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Mastiff Health Concerns

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Cancer is an all too common problem in many breeds, including Mastiffs.  While much research is being done, most types of cancer in dogs are poorly understood and treatment options are often limited. 

Lymphoma (cancer of the lymph glands) and osteosarcoma (bone cancer) are among the tumors that are commonly seen in dogs.  


  • Lymphoma accounts for approximately 20% of all canine tumors, and >80% of cancers originating from blood cells. Most of the time, lymphoma appears as swollen glands (lymph nodes) that can be seen or felt under the neck, in front of the shoulders, or behind the knee.
  • Occasionally, lymphoma can affect lymph nodes that are not visible or palpable from outside the body, such as those inside the chest or in the abdomen. In these cases, dogs may accumulate fluid in the chest that makes breathing difficult, or they may have digestive problems (diarrhea, vomiting, or painful abdomen). If left untreated, dogs with lymphoma will generally succumb to the disease within 3 to 4 weeks

  • Osteosarcoma accounts for 85% of skeletal cancers. Large and giant breed dogs are at highest risk for developing osteosarcoma, possibly due to the fact that bone cells at the growth plates must divide many times to create the very long bones that are characteristic in these breeds. However, there probably are additional risk factors, which have yet to be defined. Osteosarcomas generally occur in the limbs, however, these tumors can arise anywhere in the long bones, as well as in flat bones (ribs, skull, and spine).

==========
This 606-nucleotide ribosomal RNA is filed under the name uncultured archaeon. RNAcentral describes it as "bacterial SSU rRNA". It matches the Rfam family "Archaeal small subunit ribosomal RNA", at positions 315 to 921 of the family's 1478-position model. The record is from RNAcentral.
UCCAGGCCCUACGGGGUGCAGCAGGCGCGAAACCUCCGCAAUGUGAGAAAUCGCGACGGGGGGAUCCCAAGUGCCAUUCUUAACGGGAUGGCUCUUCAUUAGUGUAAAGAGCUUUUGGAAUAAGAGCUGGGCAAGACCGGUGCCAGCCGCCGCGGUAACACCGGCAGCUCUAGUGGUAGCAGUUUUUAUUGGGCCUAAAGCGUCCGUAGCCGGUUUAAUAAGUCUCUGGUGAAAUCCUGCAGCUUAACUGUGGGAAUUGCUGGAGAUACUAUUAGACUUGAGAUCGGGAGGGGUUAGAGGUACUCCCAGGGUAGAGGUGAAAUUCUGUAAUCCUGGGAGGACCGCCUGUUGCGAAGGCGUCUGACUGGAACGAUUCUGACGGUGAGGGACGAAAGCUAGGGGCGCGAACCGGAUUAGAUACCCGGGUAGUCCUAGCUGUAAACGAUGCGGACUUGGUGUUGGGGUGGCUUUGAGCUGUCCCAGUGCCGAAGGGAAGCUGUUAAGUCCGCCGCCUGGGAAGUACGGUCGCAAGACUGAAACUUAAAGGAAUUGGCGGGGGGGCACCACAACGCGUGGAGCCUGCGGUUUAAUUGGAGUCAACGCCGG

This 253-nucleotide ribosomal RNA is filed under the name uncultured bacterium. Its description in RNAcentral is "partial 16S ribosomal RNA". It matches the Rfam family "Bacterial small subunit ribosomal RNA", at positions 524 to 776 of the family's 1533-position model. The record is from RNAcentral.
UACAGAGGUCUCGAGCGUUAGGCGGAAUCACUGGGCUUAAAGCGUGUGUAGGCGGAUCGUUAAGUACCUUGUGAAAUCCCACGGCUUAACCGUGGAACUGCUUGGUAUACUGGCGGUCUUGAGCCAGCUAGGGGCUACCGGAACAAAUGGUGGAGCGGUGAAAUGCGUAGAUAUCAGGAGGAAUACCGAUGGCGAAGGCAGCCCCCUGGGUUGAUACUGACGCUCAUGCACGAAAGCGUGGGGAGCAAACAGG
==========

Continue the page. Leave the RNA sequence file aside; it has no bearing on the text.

• Osteosarcoma is always a life-threatening disease because it is highly metastatic, making treatment of this type of cancer especially difficult. The standard of care for osteosarcoma of the limbs includes amputation or limb-sparing surgery, followed by adjuvant chemotherapy. The median survival for dogs with osteosarcoma treated with surgery alone is approximately 100 days.




As with humans, many other forms of cancer can and do affect Mastiffs.  Here are some links to up-to-date information on these and other forms of cancer in dogs. 








If you have a Mastiff diagnosed with cancer,

   please help researchers work toward a cure

Click here for more information:

Or contact:

Jaime Modiano,V.M.D., Ph.D.  (modianoj@amc.org)

University of Colorado Cancer Center